Treasury announces consultation on remaining LRBA measures
The government is undertaking consultation for two taxation measures for limited recourse borrowing arrangements, including the proposal to include an outstanding loan balance as part of a member’s total super balance.
In April last year, the government released draft legislation that contained amendments to the rules around limited recourse borrowing arrangements, fearing they could be improperly used to circumvent the contribution caps.
One of these amendments meant that where a loan repayment is paid from an accumulation interest, but the asset that’s been purchased under the LRBA is allocated to the pension interest, this gives rise to a credit in the member’s transfer balance account. This amendment was legislated in June last year.
Another amendment, to include the outstanding loan balance in the calculation of the member’s total super balance, received considerable industry backlash, with Treasury agreeing to undertake further consultation on the issue.
Minister for Revenue and Financial Services, Kelly O’Dwyer released draft legislation and a consultation paper on for public consultation on Thursday.
The consultation paper discusses both the measure relating to total super balance and LRBAs, and a second measure to ensure that non-arm’s length expenditure is taken into account when determining whether the non-arm’s length income (NALI) taxation rules apply to a transaction. You can access the consultation paper here.
The consultation paper states that the first measure will “only affect those funds whose members have a TSB at, exceeding or approaching $1.6 million”.
“It would only affect capacity to use an LRBA where the borrowing cannot be repaid using the fund’s own resources in combination with concessional contributions,” he said.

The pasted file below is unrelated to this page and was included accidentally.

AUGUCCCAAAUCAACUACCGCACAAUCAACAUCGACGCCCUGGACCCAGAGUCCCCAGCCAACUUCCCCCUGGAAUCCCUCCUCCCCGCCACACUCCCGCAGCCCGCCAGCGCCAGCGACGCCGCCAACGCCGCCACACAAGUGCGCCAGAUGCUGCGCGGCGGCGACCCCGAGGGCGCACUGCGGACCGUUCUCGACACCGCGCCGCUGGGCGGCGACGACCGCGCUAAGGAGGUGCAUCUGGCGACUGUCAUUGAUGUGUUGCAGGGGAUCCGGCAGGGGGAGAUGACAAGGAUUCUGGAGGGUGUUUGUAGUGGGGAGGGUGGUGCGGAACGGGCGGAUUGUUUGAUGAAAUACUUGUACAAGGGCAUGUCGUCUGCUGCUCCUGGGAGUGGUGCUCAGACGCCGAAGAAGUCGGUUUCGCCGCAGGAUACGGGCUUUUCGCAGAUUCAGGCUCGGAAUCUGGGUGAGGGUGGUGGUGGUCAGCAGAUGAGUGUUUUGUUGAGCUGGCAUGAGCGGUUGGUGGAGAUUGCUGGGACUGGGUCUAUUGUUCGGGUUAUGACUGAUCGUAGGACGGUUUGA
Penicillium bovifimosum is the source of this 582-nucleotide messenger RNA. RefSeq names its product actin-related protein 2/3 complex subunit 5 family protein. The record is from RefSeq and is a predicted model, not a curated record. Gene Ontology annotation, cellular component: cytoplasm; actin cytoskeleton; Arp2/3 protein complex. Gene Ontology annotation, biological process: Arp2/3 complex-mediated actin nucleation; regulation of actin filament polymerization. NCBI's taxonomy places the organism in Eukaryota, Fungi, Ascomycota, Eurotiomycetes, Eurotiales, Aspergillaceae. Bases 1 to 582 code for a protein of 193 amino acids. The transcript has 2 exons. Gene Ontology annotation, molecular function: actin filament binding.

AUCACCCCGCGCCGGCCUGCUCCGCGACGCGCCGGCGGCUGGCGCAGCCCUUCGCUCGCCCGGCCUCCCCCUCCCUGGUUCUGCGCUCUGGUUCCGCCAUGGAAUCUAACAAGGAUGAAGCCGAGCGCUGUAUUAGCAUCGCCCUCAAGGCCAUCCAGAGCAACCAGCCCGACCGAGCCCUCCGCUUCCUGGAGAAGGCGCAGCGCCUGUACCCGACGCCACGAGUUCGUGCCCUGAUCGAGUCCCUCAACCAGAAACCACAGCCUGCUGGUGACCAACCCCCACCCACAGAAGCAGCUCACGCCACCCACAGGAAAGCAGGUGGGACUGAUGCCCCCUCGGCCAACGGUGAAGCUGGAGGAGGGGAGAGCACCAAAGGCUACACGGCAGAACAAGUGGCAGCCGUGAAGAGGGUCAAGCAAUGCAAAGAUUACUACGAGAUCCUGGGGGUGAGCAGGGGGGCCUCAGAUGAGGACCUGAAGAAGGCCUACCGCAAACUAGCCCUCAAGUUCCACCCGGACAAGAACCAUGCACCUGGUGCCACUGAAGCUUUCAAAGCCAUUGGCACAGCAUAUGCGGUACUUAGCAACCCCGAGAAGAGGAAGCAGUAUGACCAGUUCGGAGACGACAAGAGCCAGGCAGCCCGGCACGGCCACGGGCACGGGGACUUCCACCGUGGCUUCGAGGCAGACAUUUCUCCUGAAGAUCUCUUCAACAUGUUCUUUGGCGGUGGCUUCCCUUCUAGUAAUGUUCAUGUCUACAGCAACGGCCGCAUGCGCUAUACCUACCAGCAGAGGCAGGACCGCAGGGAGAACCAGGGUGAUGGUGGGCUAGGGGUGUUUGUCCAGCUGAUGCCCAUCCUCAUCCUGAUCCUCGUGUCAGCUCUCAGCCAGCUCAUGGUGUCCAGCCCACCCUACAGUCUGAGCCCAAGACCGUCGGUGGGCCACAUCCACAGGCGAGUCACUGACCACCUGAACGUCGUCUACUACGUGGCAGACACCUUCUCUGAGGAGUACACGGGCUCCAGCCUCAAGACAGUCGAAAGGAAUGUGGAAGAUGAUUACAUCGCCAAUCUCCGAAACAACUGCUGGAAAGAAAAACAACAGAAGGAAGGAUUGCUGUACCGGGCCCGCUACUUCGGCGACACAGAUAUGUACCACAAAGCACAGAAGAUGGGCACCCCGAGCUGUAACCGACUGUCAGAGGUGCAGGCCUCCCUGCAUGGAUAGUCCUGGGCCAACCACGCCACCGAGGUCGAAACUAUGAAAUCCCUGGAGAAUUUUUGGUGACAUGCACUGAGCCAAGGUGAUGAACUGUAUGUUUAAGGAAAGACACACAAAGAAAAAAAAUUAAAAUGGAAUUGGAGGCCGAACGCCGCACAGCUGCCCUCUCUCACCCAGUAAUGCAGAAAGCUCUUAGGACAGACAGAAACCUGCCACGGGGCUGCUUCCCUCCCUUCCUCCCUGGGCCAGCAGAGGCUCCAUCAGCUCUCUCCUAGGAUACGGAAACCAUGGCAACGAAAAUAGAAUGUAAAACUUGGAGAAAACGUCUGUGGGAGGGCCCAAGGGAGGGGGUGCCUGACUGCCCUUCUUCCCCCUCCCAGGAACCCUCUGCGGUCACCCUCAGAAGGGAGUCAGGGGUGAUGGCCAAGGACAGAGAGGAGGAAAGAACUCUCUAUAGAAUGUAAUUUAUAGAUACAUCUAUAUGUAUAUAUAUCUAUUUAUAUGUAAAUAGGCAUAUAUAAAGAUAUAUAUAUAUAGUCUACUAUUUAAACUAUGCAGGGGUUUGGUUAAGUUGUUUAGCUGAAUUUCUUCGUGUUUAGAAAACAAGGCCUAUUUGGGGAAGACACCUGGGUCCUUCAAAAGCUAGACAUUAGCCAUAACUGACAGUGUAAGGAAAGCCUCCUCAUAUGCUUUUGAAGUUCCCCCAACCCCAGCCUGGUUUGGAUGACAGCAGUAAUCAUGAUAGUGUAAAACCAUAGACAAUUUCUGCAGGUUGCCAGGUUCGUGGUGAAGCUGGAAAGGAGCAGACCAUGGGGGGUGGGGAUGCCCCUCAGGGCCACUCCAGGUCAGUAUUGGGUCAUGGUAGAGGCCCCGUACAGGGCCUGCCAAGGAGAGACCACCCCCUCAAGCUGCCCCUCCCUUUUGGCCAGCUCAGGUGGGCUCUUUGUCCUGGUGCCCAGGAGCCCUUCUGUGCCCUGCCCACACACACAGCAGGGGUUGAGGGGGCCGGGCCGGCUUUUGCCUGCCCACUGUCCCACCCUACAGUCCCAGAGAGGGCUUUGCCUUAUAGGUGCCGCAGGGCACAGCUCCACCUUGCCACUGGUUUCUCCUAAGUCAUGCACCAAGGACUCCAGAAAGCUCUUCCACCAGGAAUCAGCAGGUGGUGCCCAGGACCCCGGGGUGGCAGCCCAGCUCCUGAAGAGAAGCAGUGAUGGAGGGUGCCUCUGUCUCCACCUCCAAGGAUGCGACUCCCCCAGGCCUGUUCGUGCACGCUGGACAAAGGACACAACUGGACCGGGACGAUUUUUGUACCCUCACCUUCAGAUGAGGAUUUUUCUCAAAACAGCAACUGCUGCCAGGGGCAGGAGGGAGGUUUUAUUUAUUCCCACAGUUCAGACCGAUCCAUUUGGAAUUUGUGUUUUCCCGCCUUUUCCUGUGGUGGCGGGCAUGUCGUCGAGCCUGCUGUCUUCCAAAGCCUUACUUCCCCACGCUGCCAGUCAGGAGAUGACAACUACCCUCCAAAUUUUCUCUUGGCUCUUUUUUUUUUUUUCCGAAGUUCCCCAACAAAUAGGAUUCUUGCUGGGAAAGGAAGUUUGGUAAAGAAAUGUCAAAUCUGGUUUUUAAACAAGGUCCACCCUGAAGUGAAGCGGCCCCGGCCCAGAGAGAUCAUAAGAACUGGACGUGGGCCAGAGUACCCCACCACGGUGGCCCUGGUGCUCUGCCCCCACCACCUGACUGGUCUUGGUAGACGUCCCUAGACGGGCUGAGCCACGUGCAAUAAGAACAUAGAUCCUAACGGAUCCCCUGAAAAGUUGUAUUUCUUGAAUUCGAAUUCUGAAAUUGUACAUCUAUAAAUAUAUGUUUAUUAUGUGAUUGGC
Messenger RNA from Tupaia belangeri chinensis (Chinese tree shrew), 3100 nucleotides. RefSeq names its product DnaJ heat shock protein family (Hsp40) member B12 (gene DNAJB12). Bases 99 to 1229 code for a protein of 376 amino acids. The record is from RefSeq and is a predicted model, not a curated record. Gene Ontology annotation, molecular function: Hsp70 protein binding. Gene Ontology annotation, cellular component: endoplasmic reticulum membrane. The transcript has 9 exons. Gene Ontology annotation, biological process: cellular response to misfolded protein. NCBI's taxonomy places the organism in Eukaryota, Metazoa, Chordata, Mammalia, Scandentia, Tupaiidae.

Under the second measure, the government will amend the NALI rules contained in section 295-550 of the Income Tax Assessment Act 1997 (Cth) to ensure that superannuation entities cannot circumvent these rules by using non-arm’s length expenditure rather than non-arm’s length income.
“This amendment is intended to deny concessional taxation treatment to income derived from a non-arm’s length arrangement where fund expenditure is set below-market rates, reducing opportunities for members to increase superannuation savings in a way that is not included in the contribution caps,” the paper explained.
“The current NALI rules ensure that income derived from related party transactions does not receive concessional tax treatment if it is higher than could be derived on commercial terms. However, the rules do not currently take into account fund expenditure incurred that would normally apply in a commercial transaction, which reduce non-arm’s length income.”
The proposed amendment, the paper said, would include these expenses, meaning that these arrangements with higher net income will not receive concessional tax treatment.
Ms O’Dwyer said the measures are intended to ensure that “LRBAs or related party transactions cannot be used to circumvent contribution caps”.
“They are not intended to prevent the use of LRBAs,” she said.
“Stakeholders are invited to comment on the consultation paper by lodging a submission online via the Treasury website. Submissions will close on Friday, 9 February 2018.”
Miranda Brownlee is the deputy editor of SMSF Adviser, which is the leading source of news, strategy and educational content for professionals working in the SMSF sector.
Since joining the team in 2014, Miranda has been responsible for breaking some of the biggest superannuation stories in Australia, and has reported extensively on technical strategy and legislative updates. Miranda has also directed SMSF Adviser's print publication for several years.
Miranda also has broad business and financial services reporting experience, having written for titles including Investor Daily, ifa and Accountants Daily.